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Official Development Assistance

Volume 630: debated on Wednesday 1 November 2017

I am pleased to be able to update the House on the Government’s significant recent achievements in modernising the global definitions of official development assistance.

No task is more urgent than ending extreme poverty. Our aid saves lives and brings hope to people who have none. It is right that that we have clear, common international rules about what counts as aid. The UK is a firm champion of the rules-based international system. As one of the few leading countries to honour our promise to invest 0.7% of national income as aid, it is in our interests to ensure that the quality, poverty-focus and value for money of other countries’ aid investments match our own high standards.

The world is changing rapidly, with extreme poverty now increasingly concentrated in fragile states, and climate change increasing the risks of natural disasters. The global rules that govern aid spending—agreed by the 30 leading donors comprising the OECD Development Assistance Committee—were first set over 40 years ago. We are determined to ensure that they remain up-to-date and effective in the face of the complex challenges of the 21st century.

As a country that plays by the rules, we take a leading role in influencing and shaping these rules. We committed in our manifesto to work with like-minded countries to change the rules so that they are updated and better reflect the breadth of our assistance around the world. At a meeting of leading donors earlier this week, the UK delivered on this commitment.

The UK has argued for flexibility in the rules for how the world responds to catastrophic humanitarian crises such as the recent hurricanes in the Caribbean, and how the rules can properly recognise the unique vulnerabilities of small island developing states. As a direct result of the UK raising this issue, the DAC has for the first time agreed on the need to create a new mechanism to re-admit countries that had graduated from ODA eligibility back to the list of ODA-eligible countries, if their GNI per capital falls low enough, for example as a result of a catastrophic natural disaster or other crisis. This addresses a long-standing gap in the rules and recognises the fact that development is not linear.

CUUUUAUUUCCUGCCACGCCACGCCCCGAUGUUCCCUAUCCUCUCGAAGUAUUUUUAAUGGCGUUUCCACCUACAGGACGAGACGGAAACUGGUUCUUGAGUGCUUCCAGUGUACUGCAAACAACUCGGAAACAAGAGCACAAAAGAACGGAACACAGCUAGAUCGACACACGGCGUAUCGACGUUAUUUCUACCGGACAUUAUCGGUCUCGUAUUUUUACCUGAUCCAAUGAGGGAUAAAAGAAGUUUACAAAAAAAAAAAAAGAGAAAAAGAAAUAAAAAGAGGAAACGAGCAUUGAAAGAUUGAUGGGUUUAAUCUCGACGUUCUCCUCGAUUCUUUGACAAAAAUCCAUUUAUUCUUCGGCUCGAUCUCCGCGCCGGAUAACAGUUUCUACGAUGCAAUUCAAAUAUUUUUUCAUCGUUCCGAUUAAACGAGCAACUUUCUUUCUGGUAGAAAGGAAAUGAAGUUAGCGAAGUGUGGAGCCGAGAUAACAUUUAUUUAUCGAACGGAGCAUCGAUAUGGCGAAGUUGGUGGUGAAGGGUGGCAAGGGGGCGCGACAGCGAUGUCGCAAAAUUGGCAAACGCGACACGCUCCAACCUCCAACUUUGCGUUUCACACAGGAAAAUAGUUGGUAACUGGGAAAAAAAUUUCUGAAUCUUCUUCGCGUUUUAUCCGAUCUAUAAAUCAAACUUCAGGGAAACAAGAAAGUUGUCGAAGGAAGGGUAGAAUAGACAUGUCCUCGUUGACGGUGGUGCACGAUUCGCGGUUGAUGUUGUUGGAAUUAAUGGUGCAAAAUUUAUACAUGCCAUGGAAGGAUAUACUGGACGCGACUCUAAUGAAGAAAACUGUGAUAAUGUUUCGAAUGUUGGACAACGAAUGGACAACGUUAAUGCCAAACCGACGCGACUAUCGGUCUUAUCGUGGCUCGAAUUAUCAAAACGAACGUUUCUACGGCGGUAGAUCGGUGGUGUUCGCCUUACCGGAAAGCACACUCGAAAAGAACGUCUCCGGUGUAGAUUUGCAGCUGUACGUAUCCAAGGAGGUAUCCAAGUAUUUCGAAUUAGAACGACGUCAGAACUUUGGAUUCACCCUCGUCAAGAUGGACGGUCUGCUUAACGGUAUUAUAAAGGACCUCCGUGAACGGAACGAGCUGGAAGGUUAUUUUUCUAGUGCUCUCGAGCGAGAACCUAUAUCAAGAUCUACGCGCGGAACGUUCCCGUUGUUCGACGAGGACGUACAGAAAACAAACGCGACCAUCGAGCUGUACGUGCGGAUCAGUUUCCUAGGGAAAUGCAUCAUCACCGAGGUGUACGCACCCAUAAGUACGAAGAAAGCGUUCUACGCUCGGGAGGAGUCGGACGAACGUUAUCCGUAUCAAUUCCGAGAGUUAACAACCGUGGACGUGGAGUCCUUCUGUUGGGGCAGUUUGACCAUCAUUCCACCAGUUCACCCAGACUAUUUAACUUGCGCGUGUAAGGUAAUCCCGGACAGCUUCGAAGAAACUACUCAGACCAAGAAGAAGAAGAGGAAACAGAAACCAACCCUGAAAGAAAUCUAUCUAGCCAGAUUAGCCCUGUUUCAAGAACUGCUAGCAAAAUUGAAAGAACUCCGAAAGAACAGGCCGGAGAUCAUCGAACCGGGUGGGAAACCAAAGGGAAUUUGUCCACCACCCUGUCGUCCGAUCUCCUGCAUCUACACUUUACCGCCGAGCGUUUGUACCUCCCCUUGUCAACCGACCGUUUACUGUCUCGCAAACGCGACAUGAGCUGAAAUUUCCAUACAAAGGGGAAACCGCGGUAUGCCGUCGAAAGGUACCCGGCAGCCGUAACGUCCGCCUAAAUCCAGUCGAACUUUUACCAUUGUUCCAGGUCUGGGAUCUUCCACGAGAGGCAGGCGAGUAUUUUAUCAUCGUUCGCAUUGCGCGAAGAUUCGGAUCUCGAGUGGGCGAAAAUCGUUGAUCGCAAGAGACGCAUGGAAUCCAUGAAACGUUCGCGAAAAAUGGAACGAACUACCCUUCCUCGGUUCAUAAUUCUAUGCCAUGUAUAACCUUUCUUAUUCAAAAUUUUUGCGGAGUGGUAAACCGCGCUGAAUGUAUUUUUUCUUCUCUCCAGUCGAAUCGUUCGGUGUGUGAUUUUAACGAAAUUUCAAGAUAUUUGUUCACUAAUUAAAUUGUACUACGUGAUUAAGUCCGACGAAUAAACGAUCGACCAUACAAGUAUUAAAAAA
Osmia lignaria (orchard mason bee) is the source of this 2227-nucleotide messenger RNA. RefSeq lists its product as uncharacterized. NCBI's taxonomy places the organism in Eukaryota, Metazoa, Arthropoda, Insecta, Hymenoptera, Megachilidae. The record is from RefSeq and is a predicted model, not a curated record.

In addition, members of the DAC have agreed to establish a process which could allow previous ODA recipients to receive short-term ODA support in the event of catastrophic humanitarian crises, such as the recent hurricanes in the Caribbean, even where their gross national income per capita would normally rule them out of receiving ODA. This is a significant and welcome step, and a clear response to the UK’s work on this issue.

We have also achieved changes that more than double the amount of our multilateral contribution to UN peacekeeping operations we can count as ODA, from 7% to 15%. This will help incentivise stronger international support for such missions. This is important because people cannot pull themselves out of poverty when they are surrounded by war and violence—and global stability helps prevent the chaos in which terrorists and extremists thrive.

Further, we have secured changes that recognise that 85% of the UK’s contribution to the Asian Infrastructure Investment Bank can count as official development assistance for 2016—a critical acknowledgement of this organisation’s important work to boost investment across a range of developing countries.

As a result of these changes, we have formally confirmed that over £100 million of UK Government spending will be classified as ODA this year and count towards the 0.7% target.

This set of changes builds upon an ambitious set of reforms to the ODA rules that the UK Government have already delivered in recent years. The meeting in Paris this week confirmed previous reforms that will ensure that a wider range of military activities—such as demining—can count as aid, and recognition that certain types of work to tackle violent extremism should count as aid.

Over the long term, we want to continue to build consensus for further reforms that support delivery of the sustainable development goals. We will work with the DAC to examine whether the ODA rules could do even more to better incentivise and capture the development effects of UN-mandated peacekeeping activity that creates the necessary conditions for sustainable development. The system should properly recognise the contribution of the multilateral system to poverty reduction—especially that of the Commonwealth. We would therefore support a review of both the UN and Commonwealth Secretariat’s regular budgets in order to better capture their ODA- eligible activities. Further, we believe the DAC can do more to ensure that other countries’ aid meets the same high standards on gender equality and transparency that the UK’s aid does. We will work on these issues over the coming years.

Taken together, we believe that the new steps this week—on UN peacekeeping, support to the AIIB, assisting counties hit by disasters, and re-admitting countries which fall back into low-income status, including as a result of catastrophic crises—represent very significant achievements. Combined with the important reforms which were agreed last year, these successes demonstrate that, when we work patiently and constructively with international partners, we can drive through important changes and get these rules updated. Over the coming months and years, the UK will continue to work in a patient and constructive spirit to maximise the impact of the significant reforms which have been agreed, and to secure further progress. Our commitment to maintaining the integrity of the global rules remains strong. And our objective, throughout all our efforts, will be to deliver the best possible outcomes for the world’s poorest and most vulnerable people.